This neo-noir film features the requisite down-and-out drifter (played by Nicholas Cage). His name is Michael Williams (talk about an everyman’s name!), an ex-Marine living in his car. He’s unable to land a job as an oil worker, because he’s too honest to lie about his war injury. I guess the oilfield operator was blissfully unaware of his obligations under the Americans with Disabilities Act of 1990.
Anyway, Michael drifts some more. Right into … you guessed it … Red Rock, Wyoming. He stops at a bar owned by Wayne, the town sheriff, who also serves as bartender on that particular night and also happens to be the dumbest lawman west of the Mississippi. Wayne says something like, “You here for the job?” to Michael. And since he’s looking for a job, Michael just kind of goes along with it. And then Wayne says, “You Lyle from Dallas?” And Michael’s like, Call me whatever you want, I’ll take the job. The thing is Michael doesn’t realize that Wayne hired Lyle from Dallas to knock off … wait for it … his wife. (Who else?)
Without seeking any further proof of his identity, Wayne shoves a stack of bills at Michael and Michael just says, “O-o-okay,” and takes it. Then, being the great guy that he is, Michael goes to Wayne’s wife, Suzanne (played by Lara Flynn Boyle) and tries to warn her about the hit. And she offers him more to whack Wayne. And Michael’s like, WTF? I’m outta here.
Except, of course, he’s not. He runs into one situation after another (which includes meeting the actual Lyle from Dallas, played by Dennis Hopper—in a style reminiscent of his role in Blue Velvet without the oxygen tank) and keeps ending up back in town.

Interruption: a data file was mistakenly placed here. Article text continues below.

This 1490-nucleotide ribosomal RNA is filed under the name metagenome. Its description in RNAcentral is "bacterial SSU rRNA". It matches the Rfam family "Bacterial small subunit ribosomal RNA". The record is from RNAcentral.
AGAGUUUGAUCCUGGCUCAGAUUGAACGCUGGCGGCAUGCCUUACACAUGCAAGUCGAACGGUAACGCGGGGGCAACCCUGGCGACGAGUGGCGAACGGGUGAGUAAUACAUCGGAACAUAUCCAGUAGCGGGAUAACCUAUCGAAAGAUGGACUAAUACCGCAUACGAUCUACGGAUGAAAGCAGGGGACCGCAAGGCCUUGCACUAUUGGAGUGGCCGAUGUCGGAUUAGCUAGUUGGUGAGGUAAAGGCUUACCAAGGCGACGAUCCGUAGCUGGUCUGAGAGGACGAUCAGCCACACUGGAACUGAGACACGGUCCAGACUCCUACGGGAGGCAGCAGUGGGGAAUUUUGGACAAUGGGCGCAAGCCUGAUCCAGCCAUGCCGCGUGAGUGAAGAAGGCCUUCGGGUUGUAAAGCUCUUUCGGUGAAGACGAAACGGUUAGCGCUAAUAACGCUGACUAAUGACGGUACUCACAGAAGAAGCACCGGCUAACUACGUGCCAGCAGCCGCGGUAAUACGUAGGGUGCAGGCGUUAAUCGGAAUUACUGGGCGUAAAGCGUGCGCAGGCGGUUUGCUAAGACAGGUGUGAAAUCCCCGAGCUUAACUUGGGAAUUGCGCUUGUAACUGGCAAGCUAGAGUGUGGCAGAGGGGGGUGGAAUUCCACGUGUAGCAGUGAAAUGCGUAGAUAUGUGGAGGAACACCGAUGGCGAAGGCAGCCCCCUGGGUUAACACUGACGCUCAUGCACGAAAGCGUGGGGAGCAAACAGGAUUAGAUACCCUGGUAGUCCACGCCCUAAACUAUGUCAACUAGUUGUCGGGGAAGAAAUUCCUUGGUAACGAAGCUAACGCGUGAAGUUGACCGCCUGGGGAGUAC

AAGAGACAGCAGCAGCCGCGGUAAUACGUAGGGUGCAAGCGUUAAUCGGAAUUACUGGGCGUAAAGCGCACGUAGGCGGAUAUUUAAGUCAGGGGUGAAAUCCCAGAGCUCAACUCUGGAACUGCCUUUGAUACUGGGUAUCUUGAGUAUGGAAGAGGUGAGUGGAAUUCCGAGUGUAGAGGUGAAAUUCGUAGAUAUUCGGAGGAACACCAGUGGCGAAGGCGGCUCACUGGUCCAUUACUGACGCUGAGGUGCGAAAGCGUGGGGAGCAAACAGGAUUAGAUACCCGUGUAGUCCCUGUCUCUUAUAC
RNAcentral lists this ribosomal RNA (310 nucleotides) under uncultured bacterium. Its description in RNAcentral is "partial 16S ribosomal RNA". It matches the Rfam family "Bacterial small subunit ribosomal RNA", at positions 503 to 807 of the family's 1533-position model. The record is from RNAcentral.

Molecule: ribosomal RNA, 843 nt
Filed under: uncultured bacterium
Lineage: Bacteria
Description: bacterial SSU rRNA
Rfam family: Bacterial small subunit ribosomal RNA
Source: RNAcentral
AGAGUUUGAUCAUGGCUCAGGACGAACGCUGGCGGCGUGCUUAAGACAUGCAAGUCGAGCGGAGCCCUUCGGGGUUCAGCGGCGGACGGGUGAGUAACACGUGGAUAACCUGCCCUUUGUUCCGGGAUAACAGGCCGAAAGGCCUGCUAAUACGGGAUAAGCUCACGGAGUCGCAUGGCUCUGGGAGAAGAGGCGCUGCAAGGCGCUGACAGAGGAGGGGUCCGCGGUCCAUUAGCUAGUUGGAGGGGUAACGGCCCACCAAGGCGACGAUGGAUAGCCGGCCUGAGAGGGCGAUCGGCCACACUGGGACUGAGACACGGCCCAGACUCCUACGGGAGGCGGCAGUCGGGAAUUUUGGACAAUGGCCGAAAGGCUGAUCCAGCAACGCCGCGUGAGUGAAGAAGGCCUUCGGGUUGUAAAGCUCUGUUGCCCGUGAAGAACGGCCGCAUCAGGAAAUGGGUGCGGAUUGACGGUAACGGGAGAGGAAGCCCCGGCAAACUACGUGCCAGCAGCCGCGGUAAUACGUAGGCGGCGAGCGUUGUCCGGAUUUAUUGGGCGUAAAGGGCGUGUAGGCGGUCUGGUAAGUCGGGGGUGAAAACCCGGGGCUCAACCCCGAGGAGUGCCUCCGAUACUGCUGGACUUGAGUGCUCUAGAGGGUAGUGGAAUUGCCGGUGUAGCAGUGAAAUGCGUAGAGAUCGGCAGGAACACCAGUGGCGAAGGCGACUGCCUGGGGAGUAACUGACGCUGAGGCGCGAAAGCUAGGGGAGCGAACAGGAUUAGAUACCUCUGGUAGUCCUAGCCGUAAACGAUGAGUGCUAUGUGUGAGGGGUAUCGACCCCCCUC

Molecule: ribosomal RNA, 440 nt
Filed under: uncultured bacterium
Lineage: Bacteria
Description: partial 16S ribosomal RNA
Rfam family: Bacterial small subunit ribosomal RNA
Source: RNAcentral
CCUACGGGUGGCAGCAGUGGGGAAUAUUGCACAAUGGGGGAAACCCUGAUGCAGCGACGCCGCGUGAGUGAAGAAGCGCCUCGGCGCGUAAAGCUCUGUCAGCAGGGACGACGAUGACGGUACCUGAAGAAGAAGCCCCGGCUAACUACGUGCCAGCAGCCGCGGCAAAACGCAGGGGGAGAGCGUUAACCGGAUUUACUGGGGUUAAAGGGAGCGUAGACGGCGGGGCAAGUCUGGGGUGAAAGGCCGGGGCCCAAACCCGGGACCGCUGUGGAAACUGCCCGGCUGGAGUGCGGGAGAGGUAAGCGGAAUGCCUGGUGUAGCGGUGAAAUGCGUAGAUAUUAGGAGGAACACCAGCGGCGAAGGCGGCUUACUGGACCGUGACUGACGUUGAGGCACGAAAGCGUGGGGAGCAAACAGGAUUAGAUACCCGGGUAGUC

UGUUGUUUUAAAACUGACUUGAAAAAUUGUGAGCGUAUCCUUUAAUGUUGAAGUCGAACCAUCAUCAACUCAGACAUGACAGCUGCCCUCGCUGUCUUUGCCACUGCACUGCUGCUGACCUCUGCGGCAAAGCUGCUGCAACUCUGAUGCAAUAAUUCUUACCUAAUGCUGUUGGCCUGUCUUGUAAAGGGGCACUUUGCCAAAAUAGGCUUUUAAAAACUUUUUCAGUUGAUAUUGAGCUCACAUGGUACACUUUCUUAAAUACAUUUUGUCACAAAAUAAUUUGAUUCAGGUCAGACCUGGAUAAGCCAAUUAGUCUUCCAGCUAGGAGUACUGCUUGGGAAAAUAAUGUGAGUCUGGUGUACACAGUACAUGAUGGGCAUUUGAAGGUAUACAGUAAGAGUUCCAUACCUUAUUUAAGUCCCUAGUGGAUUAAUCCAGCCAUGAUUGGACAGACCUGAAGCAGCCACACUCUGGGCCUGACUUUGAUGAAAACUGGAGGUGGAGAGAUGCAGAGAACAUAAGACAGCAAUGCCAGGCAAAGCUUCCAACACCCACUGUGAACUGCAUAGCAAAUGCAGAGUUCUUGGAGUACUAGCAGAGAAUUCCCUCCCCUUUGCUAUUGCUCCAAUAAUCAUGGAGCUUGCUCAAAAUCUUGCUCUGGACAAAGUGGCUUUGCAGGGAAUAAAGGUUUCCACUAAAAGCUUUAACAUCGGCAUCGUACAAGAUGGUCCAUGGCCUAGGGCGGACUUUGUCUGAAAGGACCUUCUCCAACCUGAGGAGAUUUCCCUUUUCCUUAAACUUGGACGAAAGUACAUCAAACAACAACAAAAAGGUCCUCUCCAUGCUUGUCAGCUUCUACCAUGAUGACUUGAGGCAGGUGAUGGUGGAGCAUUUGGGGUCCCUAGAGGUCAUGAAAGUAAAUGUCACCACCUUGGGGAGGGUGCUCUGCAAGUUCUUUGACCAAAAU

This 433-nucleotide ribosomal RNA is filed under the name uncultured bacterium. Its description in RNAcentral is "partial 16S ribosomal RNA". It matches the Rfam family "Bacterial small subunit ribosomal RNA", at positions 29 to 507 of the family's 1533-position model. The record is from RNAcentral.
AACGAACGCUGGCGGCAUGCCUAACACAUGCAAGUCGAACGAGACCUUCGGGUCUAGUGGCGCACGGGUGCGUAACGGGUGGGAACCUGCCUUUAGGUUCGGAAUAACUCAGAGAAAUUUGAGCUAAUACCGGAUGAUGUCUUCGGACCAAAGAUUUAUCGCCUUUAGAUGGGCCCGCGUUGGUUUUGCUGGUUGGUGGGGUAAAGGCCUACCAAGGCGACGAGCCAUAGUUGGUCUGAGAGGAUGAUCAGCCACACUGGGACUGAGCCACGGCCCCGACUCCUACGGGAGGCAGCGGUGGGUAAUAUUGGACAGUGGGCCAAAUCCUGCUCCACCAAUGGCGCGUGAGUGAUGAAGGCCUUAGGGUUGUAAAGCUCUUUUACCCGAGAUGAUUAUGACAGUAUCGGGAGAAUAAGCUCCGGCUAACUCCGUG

So … between being framed for the murder of a random stranger in need, being stalked by a hitman and his idiotic employer, and being charmed by Suzanne’s femme fatale ways, Michael ends up in quite a pickle.
For me, the best part of this film was Nicholas Cage’s performance. He convincingly plays an ex-veteran with all the indications of having PTSD, including intense flashes of anger and the tendency to seek out dangerous situations. At the same time, he plays Michael as a character of such decency that you root for him matter what.
However, despite the plot twists and the evocative setting, the resulting film came off as somewhat less than superb. Even predictable at times. However, while this isn’t a great neo-noir film, it’s a pleasant enough way to pass an hour and a half, if you’re really into the whole cowboy neo-noir thing. And you’re willing to overlook a few implausibilities.
I’ll be kind and give this a thumb up! But, be advised, it’s for the total neo-noir lover.